Editor Asks: Robert Halfon reflects on time as minister

Editor Asks: Robert Halfon reflects on time as minister

Most, if not all of the FE sector was left in shock this week after we exclusively revealed that Robert Halfon had been sacked from his job as apprenticeships and skills minister by Theresa May.

Mr Halfon, who took the role over from Nick Boles 11 months ago, is well known for his passion for FE and skills. I caught up with him two days after his unceremonious dismissal to discuss his time in office.

“I’ve loved doing the job, it was probably the best job I’ve ever done in my life,” he said.

“FE is an area I’m really passionate about and I’d like to firstly thank FE Week for giving me a hard time. I mean that in a nice way – as you challenged us every day and, as I’ve always said to you, it is good to be challenged.”

Mr Halfon also thanked all of the hundreds of learners he has met up and down the country “who are doing outstanding apprenticeships”.

“They are getting skills, training and good qualifications and jobs at the end of it,” he said. “I must have visited around 35 or 40 FE colleges during my time as minister and what I really liked was how much hard and incredible work goes on.

“The FE and technical education sector is something we should be very proud of in our country.”

Mr Halfon’s sacking appears to have come as just as much of a surprise to him as it has to the sector.

He told me that the prime minister didn’t give him a clear reason for why she got rid of him – and he hasn’t gone quietly.

He has already featured on the front page of the Sun and on BBC Newsnight arguing for a major change in direction for the Conservative Party – including a new name (Workers’ Party) and a new logo which would feature a ladder.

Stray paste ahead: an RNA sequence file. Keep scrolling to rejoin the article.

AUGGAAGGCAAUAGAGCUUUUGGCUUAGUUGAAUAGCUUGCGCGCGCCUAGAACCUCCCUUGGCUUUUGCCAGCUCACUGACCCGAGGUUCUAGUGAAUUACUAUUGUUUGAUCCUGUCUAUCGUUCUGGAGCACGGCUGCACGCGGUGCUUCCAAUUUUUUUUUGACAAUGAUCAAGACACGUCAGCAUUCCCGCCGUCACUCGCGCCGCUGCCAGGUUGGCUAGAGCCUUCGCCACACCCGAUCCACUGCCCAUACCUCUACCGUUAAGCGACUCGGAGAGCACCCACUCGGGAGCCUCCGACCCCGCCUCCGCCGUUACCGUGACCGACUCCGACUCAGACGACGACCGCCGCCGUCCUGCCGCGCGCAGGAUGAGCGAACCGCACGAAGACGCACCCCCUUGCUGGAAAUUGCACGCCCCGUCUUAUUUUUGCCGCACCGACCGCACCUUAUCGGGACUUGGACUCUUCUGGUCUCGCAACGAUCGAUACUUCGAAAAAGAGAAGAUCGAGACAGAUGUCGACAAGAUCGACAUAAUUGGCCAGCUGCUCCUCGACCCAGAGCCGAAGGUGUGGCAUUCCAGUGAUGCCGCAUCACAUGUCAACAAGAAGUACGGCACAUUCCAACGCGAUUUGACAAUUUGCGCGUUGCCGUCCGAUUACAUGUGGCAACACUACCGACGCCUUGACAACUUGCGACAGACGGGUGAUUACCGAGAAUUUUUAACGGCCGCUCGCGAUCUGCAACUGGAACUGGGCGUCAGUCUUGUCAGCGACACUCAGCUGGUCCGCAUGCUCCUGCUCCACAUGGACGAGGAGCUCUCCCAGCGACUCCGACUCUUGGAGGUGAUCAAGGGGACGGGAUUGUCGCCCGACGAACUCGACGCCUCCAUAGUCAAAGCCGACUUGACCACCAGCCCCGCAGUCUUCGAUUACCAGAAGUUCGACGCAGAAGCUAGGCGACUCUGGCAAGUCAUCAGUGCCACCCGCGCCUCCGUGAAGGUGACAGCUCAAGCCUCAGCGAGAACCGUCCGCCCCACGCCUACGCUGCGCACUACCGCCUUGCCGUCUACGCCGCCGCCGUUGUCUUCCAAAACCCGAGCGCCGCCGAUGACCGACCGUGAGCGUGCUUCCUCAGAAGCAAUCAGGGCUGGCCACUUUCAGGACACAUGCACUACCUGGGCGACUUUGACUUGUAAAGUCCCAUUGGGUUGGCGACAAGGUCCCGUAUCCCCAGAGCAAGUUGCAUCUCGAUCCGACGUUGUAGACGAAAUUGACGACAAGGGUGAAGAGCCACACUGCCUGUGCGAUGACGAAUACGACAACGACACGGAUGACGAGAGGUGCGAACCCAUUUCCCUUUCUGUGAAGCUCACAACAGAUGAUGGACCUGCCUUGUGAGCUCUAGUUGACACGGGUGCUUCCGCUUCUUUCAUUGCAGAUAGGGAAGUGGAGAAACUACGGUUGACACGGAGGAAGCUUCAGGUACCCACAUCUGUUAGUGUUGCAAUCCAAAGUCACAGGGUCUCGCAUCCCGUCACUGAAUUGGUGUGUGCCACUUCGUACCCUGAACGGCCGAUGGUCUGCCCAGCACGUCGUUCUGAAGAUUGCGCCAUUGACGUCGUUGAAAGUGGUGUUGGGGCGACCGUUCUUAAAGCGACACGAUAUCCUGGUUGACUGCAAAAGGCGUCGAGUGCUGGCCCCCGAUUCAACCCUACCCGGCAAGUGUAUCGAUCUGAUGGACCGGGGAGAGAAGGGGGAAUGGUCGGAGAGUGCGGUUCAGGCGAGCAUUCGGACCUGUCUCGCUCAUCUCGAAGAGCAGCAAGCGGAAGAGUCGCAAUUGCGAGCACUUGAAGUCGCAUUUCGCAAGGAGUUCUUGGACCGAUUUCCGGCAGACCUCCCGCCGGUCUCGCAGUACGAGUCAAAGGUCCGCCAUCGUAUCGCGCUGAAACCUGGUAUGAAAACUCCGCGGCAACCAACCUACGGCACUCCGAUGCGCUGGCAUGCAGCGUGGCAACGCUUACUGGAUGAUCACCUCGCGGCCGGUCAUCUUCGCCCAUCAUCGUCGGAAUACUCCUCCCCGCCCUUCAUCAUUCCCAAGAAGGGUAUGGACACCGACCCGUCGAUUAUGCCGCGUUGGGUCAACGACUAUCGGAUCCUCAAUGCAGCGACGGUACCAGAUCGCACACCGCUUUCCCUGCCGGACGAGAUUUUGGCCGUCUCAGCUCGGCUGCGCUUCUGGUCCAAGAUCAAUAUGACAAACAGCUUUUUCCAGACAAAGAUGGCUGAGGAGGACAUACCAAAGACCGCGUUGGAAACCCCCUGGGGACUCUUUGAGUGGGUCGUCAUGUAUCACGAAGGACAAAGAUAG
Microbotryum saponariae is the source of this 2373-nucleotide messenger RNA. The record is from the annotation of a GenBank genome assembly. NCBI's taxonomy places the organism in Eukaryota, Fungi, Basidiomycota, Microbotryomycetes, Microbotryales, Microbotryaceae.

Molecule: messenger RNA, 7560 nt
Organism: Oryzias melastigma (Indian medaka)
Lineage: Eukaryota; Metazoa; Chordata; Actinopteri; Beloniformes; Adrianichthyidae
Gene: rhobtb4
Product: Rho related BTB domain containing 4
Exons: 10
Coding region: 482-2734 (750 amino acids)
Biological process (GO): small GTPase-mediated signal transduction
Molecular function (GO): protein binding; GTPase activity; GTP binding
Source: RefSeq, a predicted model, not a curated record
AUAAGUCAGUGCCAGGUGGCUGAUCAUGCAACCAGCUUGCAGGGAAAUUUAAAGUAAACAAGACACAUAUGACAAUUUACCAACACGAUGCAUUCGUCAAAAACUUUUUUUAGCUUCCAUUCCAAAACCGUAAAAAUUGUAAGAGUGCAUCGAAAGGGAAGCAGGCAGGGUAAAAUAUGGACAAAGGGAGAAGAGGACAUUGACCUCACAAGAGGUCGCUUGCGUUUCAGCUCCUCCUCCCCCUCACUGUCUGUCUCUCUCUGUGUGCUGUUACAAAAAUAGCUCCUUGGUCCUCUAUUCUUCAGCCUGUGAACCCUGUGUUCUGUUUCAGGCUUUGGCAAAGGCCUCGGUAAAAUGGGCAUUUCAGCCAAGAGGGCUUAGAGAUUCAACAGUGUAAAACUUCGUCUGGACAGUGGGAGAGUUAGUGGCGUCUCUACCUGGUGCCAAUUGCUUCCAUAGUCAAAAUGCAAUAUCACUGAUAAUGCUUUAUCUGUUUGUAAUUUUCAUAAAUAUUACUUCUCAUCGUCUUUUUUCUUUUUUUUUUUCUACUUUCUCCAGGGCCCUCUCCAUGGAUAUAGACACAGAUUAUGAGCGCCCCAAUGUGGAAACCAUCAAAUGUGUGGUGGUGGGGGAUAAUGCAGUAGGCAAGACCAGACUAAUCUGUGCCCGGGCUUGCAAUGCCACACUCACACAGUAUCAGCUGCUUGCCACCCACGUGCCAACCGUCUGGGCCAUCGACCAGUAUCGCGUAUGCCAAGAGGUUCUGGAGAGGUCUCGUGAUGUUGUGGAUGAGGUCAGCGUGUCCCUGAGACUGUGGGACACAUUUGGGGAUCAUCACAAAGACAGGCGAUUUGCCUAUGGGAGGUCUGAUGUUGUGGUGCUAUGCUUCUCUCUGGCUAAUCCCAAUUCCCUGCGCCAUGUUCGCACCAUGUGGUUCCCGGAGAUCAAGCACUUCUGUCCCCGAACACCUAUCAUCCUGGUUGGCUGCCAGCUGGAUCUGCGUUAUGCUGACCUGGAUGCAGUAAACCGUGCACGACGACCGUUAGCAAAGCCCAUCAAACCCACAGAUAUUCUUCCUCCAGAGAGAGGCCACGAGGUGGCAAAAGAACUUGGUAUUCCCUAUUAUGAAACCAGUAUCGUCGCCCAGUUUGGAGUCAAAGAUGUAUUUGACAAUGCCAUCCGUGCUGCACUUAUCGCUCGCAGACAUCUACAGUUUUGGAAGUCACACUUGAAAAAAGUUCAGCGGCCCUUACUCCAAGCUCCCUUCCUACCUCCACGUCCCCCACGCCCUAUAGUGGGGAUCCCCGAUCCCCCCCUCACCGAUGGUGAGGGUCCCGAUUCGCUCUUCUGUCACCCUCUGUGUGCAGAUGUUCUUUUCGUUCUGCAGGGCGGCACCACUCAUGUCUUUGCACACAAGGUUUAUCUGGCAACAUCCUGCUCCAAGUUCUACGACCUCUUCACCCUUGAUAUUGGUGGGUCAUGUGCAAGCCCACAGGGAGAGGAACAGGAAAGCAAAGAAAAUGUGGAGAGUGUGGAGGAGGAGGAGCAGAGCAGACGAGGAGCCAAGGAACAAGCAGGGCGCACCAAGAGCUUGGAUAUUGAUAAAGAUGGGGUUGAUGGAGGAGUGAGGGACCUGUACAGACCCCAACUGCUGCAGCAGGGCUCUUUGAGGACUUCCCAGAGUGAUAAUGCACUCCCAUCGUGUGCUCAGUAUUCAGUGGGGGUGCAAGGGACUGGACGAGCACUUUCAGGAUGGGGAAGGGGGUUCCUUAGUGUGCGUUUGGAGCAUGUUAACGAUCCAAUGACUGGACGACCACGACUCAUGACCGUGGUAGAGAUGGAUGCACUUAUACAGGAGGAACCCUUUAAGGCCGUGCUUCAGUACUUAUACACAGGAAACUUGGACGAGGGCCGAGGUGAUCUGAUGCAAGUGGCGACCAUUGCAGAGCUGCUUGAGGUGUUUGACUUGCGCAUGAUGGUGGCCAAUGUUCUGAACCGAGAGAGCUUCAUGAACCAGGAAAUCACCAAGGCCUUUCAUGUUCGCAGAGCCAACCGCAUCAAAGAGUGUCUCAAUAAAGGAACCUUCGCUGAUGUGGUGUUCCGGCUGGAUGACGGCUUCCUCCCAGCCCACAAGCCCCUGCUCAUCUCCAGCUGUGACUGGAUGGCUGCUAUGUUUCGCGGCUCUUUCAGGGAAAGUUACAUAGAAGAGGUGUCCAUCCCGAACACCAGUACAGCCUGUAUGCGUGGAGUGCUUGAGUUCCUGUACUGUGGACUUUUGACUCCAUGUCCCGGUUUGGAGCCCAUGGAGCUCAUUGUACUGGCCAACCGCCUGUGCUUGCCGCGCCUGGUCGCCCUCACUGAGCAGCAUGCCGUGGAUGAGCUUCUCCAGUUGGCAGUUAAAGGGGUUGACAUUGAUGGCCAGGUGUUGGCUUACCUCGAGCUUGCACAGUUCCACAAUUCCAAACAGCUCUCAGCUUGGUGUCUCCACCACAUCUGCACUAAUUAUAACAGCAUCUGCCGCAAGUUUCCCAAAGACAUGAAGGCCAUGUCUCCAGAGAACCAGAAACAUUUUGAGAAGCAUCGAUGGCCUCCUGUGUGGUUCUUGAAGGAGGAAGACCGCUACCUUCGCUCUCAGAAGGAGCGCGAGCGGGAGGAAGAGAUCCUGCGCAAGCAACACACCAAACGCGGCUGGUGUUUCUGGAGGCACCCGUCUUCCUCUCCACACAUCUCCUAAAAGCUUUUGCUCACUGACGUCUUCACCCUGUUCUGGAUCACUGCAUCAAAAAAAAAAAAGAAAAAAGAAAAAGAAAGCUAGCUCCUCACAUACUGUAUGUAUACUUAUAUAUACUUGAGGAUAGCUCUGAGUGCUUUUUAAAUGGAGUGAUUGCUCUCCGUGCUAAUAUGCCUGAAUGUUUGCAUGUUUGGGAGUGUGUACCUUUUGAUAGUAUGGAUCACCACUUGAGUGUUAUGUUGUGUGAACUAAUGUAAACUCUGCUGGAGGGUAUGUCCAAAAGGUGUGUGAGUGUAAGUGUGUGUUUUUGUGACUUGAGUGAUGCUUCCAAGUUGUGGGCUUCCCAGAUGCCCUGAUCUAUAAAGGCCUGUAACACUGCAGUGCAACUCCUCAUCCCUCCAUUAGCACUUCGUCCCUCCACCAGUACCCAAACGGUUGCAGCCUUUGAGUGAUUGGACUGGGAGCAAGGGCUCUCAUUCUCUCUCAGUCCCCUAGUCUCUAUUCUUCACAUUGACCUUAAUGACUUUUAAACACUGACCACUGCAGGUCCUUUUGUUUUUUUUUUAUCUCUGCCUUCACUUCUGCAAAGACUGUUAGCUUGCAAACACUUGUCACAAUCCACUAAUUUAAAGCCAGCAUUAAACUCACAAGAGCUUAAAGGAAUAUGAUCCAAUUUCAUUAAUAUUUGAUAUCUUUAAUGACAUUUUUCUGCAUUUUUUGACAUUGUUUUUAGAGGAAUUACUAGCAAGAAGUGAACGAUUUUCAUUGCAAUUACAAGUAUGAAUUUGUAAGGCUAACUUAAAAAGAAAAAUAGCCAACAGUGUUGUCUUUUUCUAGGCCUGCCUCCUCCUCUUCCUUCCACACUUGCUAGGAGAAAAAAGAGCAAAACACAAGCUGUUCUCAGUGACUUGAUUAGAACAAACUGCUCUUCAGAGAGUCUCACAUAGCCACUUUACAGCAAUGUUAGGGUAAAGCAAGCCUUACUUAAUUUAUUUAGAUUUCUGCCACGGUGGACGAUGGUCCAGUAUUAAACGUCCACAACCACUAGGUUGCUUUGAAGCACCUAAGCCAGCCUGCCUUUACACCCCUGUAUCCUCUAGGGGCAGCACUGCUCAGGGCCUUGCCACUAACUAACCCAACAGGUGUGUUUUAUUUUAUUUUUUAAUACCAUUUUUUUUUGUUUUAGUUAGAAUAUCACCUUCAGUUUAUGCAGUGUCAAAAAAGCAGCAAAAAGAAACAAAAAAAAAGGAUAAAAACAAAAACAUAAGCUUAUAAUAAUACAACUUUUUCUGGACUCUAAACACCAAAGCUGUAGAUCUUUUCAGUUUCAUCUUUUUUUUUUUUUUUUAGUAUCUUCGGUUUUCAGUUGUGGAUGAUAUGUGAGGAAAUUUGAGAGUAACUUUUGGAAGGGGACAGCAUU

The ministerial change comes in the middle of a wide and deep FE reform programme.

Mr Halfon worked on the apprenticeship levy, the college area reviews, devolution of the Adult Education Budget and the launch of a Post-16 Skills Plan.

With this in mind, I asked him for his top three highlights from his time as our sector’s minister.

Unsurprisingly, he pointed to getting the technical and further education bill through the House of Commons as his number-one achievement.

“The bill protects students at colleges faced with financial difficulties, and created the Institute of Apprenticeships,” he told me.

“The Queen signed it literally on the last day of parliament, just before the election, and I think if she hadn’t signed it at that time, we wouldn’t have got the bill and who knows what would have happened given the result of the election.”

His second highlight was when he got over 150 apprentices to visit the House of Commons.

“It was an extraordinary moment with apprentices from all walks of life, who realised that they could climb that ladder of opportunity to get skills and training for the jobs that they need,” he said, his enthusiasm shining through.

“I did a lot of visits as apprenticeships and skills minister going to a lot of colleges but my third was going to Crossrail.

“I went deep underground meeting apprentices from all walks of life and what was even more incredible a lot of female apprentices, and apprentices who had disadvantaged backgrounds, who were now responsible for building it, which was an incredible achievement.

“I’m proud that we have 900,000 apprentices, the highest ever on record, and we are going towards the target of three million apprentices over the parliament.”

Lastly Mr Halfon had a word on FE’s status in education: “Some people say that the technical and further education sector is the ‘Cinderella sector’,” he said.

“What I always say to everyone is to never forget that Cinderella married a prince; let’s banish the two ugly sisters of snobbery and intolerance and go out there and celebrate and support the incredible work of apprenticeships, further education and professionals who make Britain so great.”